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Taking Care of Your Body

Clean Up Your Act Before Conception

WebMD Feature

There's nothing like a fetus to keep you honest. No matter how much health sense you might choose to ignore when the consequences are only yours, it's a different ballgame with a baby on the way. So it's natural for women to shun unhealthful substances or behavior during pregnancy.

But prenatal sages have a new message these days: You'd better come clean first.

The standard pregnancy do's -- eat right, cut out cigarettes and alcohol, ease up on caffeine -- should all crank into gear three months before conception, not after the fact, experts warn. "Pregnancy is no longer nine months -- it's 12," says Dr. Robert Cefalo, a maternal-fetal medicine specialist at the University of North Carolina at Chapel Hill and coauthor of "Preconceptional Health Care: A Practical Guide."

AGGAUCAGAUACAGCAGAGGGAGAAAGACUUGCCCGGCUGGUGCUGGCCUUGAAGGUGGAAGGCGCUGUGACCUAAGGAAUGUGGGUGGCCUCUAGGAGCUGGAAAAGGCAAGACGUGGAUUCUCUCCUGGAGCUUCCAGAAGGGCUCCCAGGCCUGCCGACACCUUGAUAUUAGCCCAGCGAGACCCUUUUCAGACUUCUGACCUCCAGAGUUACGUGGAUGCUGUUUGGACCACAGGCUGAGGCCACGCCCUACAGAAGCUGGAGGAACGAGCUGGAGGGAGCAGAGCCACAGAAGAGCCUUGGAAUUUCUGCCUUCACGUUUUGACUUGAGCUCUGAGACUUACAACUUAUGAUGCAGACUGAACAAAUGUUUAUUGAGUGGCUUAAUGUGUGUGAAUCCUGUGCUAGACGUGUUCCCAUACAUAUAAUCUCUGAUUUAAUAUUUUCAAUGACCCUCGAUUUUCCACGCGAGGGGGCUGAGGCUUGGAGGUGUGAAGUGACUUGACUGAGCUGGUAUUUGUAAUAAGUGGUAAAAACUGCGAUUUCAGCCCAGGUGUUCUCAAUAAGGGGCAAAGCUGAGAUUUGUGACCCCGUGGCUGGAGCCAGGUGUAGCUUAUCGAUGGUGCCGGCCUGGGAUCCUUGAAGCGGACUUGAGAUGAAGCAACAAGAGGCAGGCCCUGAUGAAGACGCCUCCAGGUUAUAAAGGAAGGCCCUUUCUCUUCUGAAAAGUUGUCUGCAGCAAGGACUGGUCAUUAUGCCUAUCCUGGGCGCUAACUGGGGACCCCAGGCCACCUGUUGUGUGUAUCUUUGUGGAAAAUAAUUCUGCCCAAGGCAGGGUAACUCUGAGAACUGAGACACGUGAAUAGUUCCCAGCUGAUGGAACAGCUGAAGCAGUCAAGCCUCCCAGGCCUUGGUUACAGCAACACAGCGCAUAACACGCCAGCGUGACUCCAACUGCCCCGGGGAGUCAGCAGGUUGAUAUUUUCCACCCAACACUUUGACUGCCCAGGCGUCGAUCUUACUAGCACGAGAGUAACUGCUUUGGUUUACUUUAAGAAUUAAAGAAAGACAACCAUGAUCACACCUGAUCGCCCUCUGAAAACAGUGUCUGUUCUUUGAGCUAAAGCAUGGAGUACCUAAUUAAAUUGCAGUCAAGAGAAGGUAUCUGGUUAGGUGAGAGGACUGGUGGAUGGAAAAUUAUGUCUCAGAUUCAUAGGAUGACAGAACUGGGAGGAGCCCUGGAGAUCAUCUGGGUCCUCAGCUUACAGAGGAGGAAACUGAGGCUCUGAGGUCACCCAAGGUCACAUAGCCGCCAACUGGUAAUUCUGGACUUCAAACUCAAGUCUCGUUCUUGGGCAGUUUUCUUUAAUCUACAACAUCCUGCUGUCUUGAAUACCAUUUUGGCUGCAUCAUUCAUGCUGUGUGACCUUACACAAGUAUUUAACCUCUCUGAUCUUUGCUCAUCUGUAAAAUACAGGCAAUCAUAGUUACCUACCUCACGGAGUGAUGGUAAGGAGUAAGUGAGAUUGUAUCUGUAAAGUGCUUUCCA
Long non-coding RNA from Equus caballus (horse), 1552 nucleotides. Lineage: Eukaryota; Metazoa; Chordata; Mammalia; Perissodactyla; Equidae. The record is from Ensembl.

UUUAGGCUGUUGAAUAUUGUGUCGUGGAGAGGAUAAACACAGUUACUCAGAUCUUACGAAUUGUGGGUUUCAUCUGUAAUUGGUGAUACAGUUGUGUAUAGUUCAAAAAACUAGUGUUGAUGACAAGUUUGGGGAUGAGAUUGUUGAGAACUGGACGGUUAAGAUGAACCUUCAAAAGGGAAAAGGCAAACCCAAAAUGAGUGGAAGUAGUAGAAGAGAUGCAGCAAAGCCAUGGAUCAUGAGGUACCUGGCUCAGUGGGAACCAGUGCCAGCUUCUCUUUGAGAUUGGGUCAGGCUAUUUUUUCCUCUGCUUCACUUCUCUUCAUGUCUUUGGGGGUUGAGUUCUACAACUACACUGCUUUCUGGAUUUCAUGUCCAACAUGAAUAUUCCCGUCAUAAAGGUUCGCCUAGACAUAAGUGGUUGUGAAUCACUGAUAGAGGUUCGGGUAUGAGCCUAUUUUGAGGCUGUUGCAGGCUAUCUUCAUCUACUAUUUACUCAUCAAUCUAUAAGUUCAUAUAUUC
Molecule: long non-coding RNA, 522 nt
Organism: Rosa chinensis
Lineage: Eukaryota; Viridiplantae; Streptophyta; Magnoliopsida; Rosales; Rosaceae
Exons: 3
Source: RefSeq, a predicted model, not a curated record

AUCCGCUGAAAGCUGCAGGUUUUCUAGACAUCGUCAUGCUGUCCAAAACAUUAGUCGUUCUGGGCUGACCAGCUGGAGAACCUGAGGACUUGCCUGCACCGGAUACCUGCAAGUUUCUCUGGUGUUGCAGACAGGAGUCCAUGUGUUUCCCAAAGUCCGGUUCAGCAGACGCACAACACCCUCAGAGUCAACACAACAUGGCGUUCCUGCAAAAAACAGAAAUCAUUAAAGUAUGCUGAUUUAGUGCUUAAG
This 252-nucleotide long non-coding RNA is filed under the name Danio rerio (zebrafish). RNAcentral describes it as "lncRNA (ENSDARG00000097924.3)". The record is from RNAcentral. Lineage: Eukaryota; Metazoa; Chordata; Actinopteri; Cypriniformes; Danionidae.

Why all the fuss? Allowing extra prep time to deal with medical, social or environmental factors that could complicate your pregnancy is critical because it's during the very early weeks after conception -- when most couples still don't know they're pregnant -- that a baby's organs are developing. "The fetus is most sensitive to any little adverse event or drug between 17 and 56 days," Dr. Cefalo says.

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